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Goodbye, Antoura : a memoir of the Armenian genocide / Karnig Panian ; foreword by Vartan Gregorian ; translated by Simon Beugekian ; edited by Aram Goudsouzian ; introduction and afterword by Keith David Watenpaugh.

Available copies

  • 1 of 1 copy available at Sage Library System.
  • 1 of 1 copy available at Columbia Gorge Community College. (Show)
  • 1 of 1 copy available at Columbia Gorge Community College Library. (Show)

Current holds

0 current holds with 1 total copy.

Summary:

"When World War I began, Karnig Panian was only five years old, living among his fellow Armenians in the Anatolian village of Gurin. Four years later, American aid workers found him at an orphanage in Antoura, Lebanon. He was among nearly 1,000 Armenian and 400 Kurdish children who had been abandoned by the Turkish administrators, left to survive at the orphanage without adult care. This memoir offers the extraordinary story of what he endured in those years--as his people were deported from their Armenian community, as his family died in a refugee camp in the deserts of Syria, as he survived hunger and mistreatment in the orphanage. The Antoura orphanage was another project of the Armenian genocide: its administrators, some benign and some cruel, sought to transform the children into Turks by changing their Armenian names, forcing them to speak Turkish, and erasing their history. Panian's memoir is a full-throated story of loss, resistance, and survival, but told without bitterness or sentimentality. His story shows us how even young children recognize injustice and can organize against it, how they can form a sense of identity that they will fight to maintain. He paints a painfully rich and detailed picture of the lives and agency of Armenian orphans during the darkest days of World War I."--Publisher's Web site.
Location Call Number / Copy Notes Barcode Shelving Location Circulation Modifier Age Hold Protection Active/Create Date Status Due Date
Columbia Gorge Community College Library 956.62015 BANEA 2015 (Text) 39705000052695 New Book Shelf Book None 07/22/2021 Available -

Record details

  • ISBN: 9780804795432
  • ISBN: 0804795436
  • ISBN: 9781503600638
  • ISBN: 1503600637
  • Physical Description: xviii, 191 pages : illustrations, map ; 23 cm
  • Publisher: Stanford, California : Stanford University Press, [2015]

Content descriptions

General Note:
"Longer versions of chapters 1-8 of this work were originally published in Armenian in 1992 under the titles Antourayi Vorpanotseh [The Orphanage of Antoura] by the Hamazkayin Armenian Educational and Cultural Society in Beirut, Lebanon, and Housher Mangoutian yev Vorpoutian [Memories of Childhood and Orphanhood] by the Catholicosate of the Great House of Cilicia in Antelias, Lebanon."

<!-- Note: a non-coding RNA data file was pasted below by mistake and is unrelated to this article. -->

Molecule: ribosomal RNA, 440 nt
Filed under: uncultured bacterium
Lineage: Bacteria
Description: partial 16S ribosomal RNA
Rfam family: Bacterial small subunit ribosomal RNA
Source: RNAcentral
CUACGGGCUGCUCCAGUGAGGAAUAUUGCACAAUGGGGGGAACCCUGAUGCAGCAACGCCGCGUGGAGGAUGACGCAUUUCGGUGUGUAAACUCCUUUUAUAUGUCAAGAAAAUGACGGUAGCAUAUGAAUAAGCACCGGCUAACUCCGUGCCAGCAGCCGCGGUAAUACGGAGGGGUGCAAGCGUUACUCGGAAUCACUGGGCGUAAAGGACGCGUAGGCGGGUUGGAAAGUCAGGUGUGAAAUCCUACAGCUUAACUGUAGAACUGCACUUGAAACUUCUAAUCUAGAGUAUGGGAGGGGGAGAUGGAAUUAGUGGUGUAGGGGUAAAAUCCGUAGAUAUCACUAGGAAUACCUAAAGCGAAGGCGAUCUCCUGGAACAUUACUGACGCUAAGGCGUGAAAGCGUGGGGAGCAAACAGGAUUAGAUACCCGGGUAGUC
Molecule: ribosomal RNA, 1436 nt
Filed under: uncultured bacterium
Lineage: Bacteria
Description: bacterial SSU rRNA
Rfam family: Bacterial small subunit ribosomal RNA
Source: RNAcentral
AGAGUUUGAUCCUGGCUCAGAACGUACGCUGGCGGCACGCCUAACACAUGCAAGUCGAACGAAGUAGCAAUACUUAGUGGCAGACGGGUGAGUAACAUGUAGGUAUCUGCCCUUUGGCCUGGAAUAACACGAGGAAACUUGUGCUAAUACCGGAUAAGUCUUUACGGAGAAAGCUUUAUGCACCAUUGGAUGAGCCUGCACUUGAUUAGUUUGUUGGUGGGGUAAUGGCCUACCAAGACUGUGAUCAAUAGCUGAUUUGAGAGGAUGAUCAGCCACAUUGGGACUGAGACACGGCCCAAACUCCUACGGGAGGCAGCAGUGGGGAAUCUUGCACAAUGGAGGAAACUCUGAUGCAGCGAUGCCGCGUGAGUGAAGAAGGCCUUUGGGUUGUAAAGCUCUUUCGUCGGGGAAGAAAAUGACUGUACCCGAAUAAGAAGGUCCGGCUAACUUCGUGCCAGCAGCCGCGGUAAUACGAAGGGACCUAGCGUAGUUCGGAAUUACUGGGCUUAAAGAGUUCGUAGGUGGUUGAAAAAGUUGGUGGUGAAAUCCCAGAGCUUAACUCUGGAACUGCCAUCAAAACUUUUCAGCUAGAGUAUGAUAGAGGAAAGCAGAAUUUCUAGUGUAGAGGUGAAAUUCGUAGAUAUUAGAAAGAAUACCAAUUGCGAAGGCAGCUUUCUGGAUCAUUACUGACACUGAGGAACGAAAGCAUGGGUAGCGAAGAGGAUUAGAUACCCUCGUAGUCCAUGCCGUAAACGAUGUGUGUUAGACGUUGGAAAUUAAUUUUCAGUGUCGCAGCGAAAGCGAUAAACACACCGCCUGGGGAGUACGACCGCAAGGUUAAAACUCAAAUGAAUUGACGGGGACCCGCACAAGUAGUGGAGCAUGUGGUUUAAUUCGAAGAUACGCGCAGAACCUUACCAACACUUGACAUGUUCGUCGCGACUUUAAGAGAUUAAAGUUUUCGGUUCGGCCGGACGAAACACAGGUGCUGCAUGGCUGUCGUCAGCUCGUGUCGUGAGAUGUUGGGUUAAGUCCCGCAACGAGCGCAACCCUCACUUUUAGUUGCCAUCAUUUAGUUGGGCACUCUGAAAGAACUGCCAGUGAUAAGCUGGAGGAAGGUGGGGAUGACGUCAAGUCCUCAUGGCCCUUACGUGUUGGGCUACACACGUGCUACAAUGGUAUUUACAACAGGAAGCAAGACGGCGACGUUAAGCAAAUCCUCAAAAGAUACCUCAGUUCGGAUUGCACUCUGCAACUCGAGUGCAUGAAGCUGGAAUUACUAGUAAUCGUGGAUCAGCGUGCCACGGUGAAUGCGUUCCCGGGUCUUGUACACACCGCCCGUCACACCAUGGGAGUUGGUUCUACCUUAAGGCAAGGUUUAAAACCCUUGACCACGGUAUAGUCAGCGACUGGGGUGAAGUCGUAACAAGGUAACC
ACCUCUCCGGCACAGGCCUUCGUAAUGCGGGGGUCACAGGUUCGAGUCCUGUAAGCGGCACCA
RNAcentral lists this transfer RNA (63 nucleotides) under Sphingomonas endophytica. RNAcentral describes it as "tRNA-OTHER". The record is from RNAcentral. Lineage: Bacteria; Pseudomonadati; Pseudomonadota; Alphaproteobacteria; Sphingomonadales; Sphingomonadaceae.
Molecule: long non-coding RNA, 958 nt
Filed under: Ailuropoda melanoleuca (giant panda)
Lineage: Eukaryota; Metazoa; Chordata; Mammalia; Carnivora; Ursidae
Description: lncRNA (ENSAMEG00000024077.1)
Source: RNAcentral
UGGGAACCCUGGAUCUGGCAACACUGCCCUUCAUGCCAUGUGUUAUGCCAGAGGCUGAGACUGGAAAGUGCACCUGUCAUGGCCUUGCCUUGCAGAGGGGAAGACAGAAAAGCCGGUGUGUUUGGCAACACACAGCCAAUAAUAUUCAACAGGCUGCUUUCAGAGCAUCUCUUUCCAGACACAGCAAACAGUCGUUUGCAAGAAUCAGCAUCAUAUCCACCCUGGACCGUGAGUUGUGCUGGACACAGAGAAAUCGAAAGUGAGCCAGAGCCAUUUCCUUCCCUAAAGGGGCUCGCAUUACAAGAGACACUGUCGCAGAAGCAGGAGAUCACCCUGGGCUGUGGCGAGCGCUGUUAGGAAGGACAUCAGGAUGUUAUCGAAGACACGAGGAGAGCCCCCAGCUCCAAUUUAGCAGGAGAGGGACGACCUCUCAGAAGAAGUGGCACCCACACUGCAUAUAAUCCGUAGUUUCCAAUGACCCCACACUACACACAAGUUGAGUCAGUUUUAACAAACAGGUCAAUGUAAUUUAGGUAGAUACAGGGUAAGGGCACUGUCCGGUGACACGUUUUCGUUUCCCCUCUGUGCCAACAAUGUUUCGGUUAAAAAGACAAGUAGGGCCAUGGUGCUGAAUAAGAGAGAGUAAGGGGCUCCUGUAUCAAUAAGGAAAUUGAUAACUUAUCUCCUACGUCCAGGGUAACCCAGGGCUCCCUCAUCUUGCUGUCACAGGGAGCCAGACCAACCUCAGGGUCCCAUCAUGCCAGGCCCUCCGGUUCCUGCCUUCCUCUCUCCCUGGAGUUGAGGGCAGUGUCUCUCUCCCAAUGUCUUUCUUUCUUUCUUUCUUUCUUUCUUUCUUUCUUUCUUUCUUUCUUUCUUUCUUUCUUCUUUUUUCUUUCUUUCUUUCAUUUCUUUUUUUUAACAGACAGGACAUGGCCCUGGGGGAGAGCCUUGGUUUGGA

Formatted Contents Note:
Childhood -- Deportation -- The desert -- The orphanage at Hama -- The orphanage at Antoura -- The raids -- The caves -- Goodbye, Antoura -- Sons of a great nation.
Summary, etc.:
"When World War I began, Karnig Panian was only five years old, living among his fellow Armenians in the Anatolian village of Gurin. Four years later, American aid workers found him at an orphanage in Antoura, Lebanon. He was among nearly 1,000 Armenian and 400 Kurdish children who had been abandoned by the Turkish administrators, left to survive at the orphanage without adult care. This memoir offers the extraordinary story of what he endured in those years--as his people were deported from their Armenian community, as his family died in a refugee camp in the deserts of Syria, as he survived hunger and mistreatment in the orphanage. The Antoura orphanage was another project of the Armenian genocide: its administrators, some benign and some cruel, sought to transform the children into Turks by changing their Armenian names, forcing them to speak Turkish, and erasing their history. Panian's memoir is a full-throated story of loss, resistance, and survival, but told without bitterness or sentimentality. His story shows us how even young children recognize injustice and can organize against it, how they can form a sense of identity that they will fight to maintain. He paints a painfully rich and detailed picture of the lives and agency of Armenian orphans during the darkest days of World War I."--Publisher's Web site.
Language Note:
Translated from Armenian.
Subject: Banean, Gaṛnik, 1910-1989 > Childhood and youth.
Armenian Genocide, 1915-1923 > Personal narratives
Orphans > Lebanon > ʻAynṭūrah > Biography.
Armenian massacres survivors > Lebanon > Biography.
World War, 1914-1918 > Atrocities > Turkey

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